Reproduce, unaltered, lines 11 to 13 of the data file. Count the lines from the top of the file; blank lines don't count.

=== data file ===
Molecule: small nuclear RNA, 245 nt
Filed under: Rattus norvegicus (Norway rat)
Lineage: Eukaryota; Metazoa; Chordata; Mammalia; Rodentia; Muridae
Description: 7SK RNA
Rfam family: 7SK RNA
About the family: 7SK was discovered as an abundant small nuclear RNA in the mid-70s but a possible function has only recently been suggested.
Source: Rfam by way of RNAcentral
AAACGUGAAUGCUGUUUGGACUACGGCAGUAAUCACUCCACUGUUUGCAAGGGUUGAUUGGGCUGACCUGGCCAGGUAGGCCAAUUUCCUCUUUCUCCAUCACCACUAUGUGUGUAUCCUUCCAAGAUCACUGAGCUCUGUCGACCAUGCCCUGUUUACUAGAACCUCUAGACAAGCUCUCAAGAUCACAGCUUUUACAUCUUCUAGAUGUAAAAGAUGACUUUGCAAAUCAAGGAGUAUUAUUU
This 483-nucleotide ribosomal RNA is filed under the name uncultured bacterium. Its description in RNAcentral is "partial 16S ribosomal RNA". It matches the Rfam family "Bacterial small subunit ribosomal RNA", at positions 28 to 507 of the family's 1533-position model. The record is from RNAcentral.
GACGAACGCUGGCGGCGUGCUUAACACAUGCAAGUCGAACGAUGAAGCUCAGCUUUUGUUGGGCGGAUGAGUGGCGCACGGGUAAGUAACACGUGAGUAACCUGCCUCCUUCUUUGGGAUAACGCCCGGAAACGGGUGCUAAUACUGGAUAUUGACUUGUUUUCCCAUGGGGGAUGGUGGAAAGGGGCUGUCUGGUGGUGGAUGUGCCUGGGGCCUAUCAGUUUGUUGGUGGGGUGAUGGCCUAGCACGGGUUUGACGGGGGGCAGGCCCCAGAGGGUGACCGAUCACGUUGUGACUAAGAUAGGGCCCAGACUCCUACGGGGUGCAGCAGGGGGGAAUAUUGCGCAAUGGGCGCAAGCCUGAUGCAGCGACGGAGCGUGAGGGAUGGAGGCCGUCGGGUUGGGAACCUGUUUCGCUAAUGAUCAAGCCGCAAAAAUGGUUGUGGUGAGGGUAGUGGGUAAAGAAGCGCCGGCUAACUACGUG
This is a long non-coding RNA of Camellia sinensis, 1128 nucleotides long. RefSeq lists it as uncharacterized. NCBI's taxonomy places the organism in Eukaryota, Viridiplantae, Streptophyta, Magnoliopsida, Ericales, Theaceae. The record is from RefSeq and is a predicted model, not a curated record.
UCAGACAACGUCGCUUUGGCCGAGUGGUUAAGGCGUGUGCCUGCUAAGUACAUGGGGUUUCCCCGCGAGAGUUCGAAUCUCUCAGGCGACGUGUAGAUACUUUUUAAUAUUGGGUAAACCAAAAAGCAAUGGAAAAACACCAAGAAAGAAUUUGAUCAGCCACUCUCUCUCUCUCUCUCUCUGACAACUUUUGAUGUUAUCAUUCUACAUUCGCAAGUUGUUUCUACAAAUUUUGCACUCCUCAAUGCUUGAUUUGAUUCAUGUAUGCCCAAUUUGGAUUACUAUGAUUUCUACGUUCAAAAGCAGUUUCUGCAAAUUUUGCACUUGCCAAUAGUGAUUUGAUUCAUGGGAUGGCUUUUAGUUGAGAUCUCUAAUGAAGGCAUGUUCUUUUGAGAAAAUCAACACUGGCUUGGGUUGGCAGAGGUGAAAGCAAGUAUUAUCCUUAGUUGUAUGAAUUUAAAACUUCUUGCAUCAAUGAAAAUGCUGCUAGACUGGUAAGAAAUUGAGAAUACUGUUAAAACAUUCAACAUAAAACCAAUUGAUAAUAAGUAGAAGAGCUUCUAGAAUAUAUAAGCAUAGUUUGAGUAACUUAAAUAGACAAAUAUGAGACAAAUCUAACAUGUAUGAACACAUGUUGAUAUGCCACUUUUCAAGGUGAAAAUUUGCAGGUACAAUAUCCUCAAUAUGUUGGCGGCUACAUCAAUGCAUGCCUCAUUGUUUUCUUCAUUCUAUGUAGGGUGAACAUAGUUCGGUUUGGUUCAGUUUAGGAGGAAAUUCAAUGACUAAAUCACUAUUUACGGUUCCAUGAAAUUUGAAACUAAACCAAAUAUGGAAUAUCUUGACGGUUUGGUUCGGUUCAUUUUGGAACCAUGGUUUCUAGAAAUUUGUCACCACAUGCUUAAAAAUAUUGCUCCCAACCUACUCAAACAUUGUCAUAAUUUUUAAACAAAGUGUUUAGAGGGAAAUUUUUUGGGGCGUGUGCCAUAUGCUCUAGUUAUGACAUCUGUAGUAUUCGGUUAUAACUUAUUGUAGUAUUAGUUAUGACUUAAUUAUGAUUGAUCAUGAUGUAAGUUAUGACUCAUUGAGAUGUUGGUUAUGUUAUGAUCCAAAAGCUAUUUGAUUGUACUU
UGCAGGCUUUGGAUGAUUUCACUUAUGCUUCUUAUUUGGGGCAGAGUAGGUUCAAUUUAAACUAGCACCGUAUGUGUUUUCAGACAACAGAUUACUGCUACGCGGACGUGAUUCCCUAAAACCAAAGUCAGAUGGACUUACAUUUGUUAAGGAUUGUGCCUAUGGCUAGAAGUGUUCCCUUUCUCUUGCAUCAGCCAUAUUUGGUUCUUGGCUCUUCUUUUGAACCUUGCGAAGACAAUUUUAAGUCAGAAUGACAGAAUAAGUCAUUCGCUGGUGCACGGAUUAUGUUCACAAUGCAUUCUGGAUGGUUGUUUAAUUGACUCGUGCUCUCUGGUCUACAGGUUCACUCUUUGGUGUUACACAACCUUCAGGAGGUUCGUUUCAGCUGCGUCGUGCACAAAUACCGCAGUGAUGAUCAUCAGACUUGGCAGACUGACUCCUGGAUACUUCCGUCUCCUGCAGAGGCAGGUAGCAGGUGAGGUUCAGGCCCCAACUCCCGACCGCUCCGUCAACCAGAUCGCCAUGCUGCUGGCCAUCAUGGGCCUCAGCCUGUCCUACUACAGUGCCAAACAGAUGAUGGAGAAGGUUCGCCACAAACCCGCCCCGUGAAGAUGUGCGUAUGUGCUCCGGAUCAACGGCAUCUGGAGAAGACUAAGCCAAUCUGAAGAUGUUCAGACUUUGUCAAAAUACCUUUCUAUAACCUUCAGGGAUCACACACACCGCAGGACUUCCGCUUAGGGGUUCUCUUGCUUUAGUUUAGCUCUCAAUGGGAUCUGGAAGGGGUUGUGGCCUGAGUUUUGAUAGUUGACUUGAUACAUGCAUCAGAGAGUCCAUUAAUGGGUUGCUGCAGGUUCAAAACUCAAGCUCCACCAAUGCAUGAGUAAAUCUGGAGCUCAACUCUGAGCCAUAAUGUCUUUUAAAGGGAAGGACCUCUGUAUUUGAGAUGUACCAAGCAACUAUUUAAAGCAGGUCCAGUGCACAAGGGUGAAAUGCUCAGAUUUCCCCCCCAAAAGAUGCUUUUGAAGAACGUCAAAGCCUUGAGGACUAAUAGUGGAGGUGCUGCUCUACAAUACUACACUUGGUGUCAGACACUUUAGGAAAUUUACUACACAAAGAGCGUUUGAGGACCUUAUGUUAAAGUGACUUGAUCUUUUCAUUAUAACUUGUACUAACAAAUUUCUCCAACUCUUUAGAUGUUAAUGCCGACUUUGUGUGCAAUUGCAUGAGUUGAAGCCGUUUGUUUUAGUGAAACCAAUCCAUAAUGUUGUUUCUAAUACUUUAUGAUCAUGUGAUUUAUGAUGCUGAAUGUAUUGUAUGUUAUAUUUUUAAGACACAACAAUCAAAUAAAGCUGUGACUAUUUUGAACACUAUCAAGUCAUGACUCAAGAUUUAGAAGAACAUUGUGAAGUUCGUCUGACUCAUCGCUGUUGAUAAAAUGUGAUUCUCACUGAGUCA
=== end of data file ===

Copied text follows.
This is a long non-coding RNA of Camellia sinensis, 1128 nucleotides long. RefSeq lists it as uncharacterized. NCBI's taxonomy places the organism in Eukaryota, Viridiplantae, Streptophyta, Magnoliopsida, Ericales, Theaceae. The record is from RefSeq and is a predicted model, not a curated record.
UCAGACAACGUCGCUUUGGCCGAGUGGUUAAGGCGUGUGCCUGCUAAGUACAUGGGGUUUCCCCGCGAGAGUUCGAAUCUCUCAGGCGACGUGUAGAUACUUUUUAAUAUUGGGUAAACCAAAAAGCAAUGGAAAAACACCAAGAAAGAAUUUGAUCAGCCACUCUCUCUCUCUCUCUCUCUGACAACUUUUGAUGUUAUCAUUCUACAUUCGCAAGUUGUUUCUACAAAUUUUGCACUCCUCAAUGCUUGAUUUGAUUCAUGUAUGCCCAAUUUGGAUUACUAUGAUUUCUACGUUCAAAAGCAGUUUCUGCAAAUUUUGCACUUGCCAAUAGUGAUUUGAUUCAUGGGAUGGCUUUUAGUUGAGAUCUCUAAUGAAGGCAUGUUCUUUUGAGAAAAUCAACACUGGCUUGGGUUGGCAGAGGUGAAAGCAAGUAUUAUCCUUAGUUGUAUGAAUUUAAAACUUCUUGCAUCAAUGAAAAUGCUGCUAGACUGGUAAGAAAUUGAGAAUACUGUUAAAACAUUCAACAUAAAACCAAUUGAUAAUAAGUAGAAGAGCUUCUAGAAUAUAUAAGCAUAGUUUGAGUAACUUAAAUAGACAAAUAUGAGACAAAUCUAACAUGUAUGAACACAUGUUGAUAUGCCACUUUUCAAGGUGAAAAUUUGCAGGUACAAUAUCCUCAAUAUGUUGGCGGCUACAUCAAUGCAUGCCUCAUUGUUUUCUUCAUUCUAUGUAGGGUGAACAUAGUUCGGUUUGGUUCAGUUUAGGAGGAAAUUCAAUGACUAAAUCACUAUUUACGGUUCCAUGAAAUUUGAAACUAAACCAAAUAUGGAAUAUCUUGACGGUUUGGUUCGGUUCAUUUUGGAACCAUGGUUUCUAGAAAUUUGUCACCACAUGCUUAAAAAUAUUGCUCCCAACCUACUCAAACAUUGUCAUAAUUUUUAAACAAAGUGUUUAGAGGGAAAUUUUUUGGGGCGUGUGCCAUAUGCUCUAGUUAUGACAUCUGUAGUAUUCGGUUAUAACUUAUUGUAGUAUUAGUUAUGACUUAAUUAUGAUUGAUCAUGAUGUAAGUUAUGACUCAUUGAGAUGUUGGUUAUGUUAUGAUCCAAAAGCUAUUUGAUUGUACUU
UGCAGGCUUUGGAUGAUUUCACUUAUGCUUCUUAUUUGGGGCAGAGUAGGUUCAAUUUAAACUAGCACCGUAUGUGUUUUCAGACAACAGAUUACUGCUACGCGGACGUGAUUCCCUAAAACCAAAGUCAGAUGGACUUACAUUUGUUAAGGAUUGUGCCUAUGGCUAGAAGUGUUCCCUUUCUCUUGCAUCAGCCAUAUUUGGUUCUUGGCUCUUCUUUUGAACCUUGCGAAGACAAUUUUAAGUCAGAAUGACAGAAUAAGUCAUUCGCUGGUGCACGGAUUAUGUUCACAAUGCAUUCUGGAUGGUUGUUUAAUUGACUCGUGCUCUCUGGUCUACAGGUUCACUCUUUGGUGUUACACAACCUUCAGGAGGUUCGUUUCAGCUGCGUCGUGCACAAAUACCGCAGUGAUGAUCAUCAGACUUGGCAGACUGACUCCUGGAUACUUCCGUCUCCUGCAGAGGCAGGUAGCAGGUGAGGUUCAGGCCCCAACUCCCGACCGCUCCGUCAACCAGAUCGCCAUGCUGCUGGCCAUCAUGGGCCUCAGCCUGUCCUACUACAGUGCCAAACAGAUGAUGGAGAAGGUUCGCCACAAACCCGCCCCGUGAAGAUGUGCGUAUGUGCUCCGGAUCAACGGCAUCUGGAGAAGACUAAGCCAAUCUGAAGAUGUUCAGACUUUGUCAAAAUACCUUUCUAUAACCUUCAGGGAUCACACACACCGCAGGACUUCCGCUUAGGGGUUCUCUUGCUUUAGUUUAGCUCUCAAUGGGAUCUGGAAGGGGUUGUGGCCUGAGUUUUGAUAGUUGACUUGAUACAUGCAUCAGAGAGUCCAUUAAUGGGUUGCUGCAGGUUCAAAACUCAAGCUCCACCAAUGCAUGAGUAAAUCUGGAGCUCAACUCUGAGCCAUAAUGUCUUUUAAAGGGAAGGACCUCUGUAUUUGAGAUGUACCAAGCAACUAUUUAAAGCAGGUCCAGUGCACAAGGGUGAAAUGCUCAGAUUUCCCCCCCAAAAGAUGCUUUUGAAGAACGUCAAAGCCUUGAGGACUAAUAGUGGAGGUGCUGCUCUACAAUACUACACUUGGUGUCAGACACUUUAGGAAAUUUACUACACAAAGAGCGUUUGAGGACCUUAUGUUAAAGUGACUUGAUCUUUUCAUUAUAACUUGUACUAACAAAUUUCUCCAACUCUUUAGAUGUUAAUGCCGACUUUGUGUGCAAUUGCAUGAGUUGAAGCCGUUUGUUUUAGUGAAACCAAUCCAUAAUGUUGUUUCUAAUACUUUAUGAUCAUGUGAUUUAUGAUGCUGAAUGUAUUGUAUGUUAUAUUUUUAAGACACAACAAUCAAAUAAAGCUGUGACUAUUUUGAACACUAUCAAGUCAUGACUCAAGAUUUAGAAGAACAUUGUGAAGUUCGUCUGACUCAUCGCUGUUGAUAAAAUGUGAUUCUCACUGAGUCA